I began by talking to investors, attending real-estate-related events, reading books, and listening to tapes about real estate. This soon gave me enough knowledge to establish my key criteria: I would buy only cash-flow properties below market value in up-and-coming neighborhoods, and I would fix my interest rates.

I scoured a few neighborhoods in my rapidly growing hometown. I became knowledgeable about local values, cultivated relationships with potential partners and investors, and ended up buying a few properties at good prices.

Then, when my town got too hot to find cash-flow deals, I bought in a town 10 miles to the north and 10 years behind my town in terms of appreciation. When that market got too hot, I adapted again. I researched and traveled to value markets in other parts of the state and in other states. I made new contacts and found new deals.

This persistent action steadily increased my knowledge, experience, and wealth. And it helped me continue to make good returns the last few years, even while prices in South Florida peaked and began to fall.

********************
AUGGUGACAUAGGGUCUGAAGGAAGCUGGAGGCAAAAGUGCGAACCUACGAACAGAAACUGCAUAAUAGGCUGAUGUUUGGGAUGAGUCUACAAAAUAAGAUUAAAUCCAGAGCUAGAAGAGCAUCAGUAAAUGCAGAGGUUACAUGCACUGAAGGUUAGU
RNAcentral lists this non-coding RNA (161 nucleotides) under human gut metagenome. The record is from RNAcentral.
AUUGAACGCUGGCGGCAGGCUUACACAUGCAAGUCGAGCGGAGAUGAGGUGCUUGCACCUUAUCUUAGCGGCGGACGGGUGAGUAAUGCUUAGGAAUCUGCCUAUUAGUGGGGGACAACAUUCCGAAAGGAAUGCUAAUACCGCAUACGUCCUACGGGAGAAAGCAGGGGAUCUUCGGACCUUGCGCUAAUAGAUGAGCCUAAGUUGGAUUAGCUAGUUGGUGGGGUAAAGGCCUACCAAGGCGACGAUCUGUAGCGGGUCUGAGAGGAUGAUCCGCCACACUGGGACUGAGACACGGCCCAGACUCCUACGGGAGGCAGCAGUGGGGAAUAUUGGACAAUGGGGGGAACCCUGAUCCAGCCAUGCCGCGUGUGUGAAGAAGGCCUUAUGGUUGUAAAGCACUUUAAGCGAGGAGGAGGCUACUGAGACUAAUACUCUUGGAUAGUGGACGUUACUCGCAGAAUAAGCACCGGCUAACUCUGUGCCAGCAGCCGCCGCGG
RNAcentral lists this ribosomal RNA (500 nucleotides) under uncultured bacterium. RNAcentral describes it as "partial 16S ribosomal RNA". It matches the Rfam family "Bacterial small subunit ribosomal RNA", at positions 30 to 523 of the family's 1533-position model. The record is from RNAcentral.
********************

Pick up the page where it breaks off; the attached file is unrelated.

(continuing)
Whether you’re a new investor looking to do your first deal or an experienced investor looking to move up (from single-family homes to apartment complexes, for instance), you can use this same incremental approach to get where you want to go.

  1. Write down a specific goal. (E.g., I will acquire at least $500,000 of under-market-value, cash-flow residential real estate in a value-and-growth market in 2008.)
  2. Identify the market you want to invest in. (E.g., if you live in a bubble market, you may want to pursue only short sales or bank foreclosures in your area. Or you may decide to buy in a value-and-growth market in another city or state.)
  3. Develop relationships with investors experienced in the type of real estate – and the market – you’re interested in.
  4. Get recommendations from these investors on worthwhile educational materials for your type of real estate – from courses to books, seminars, and mentorship programs.
  5. Join local clubs involved in your chosen type of real estate. If no local club exists, consider starting one. In the meantime, you can make contacts through online networks.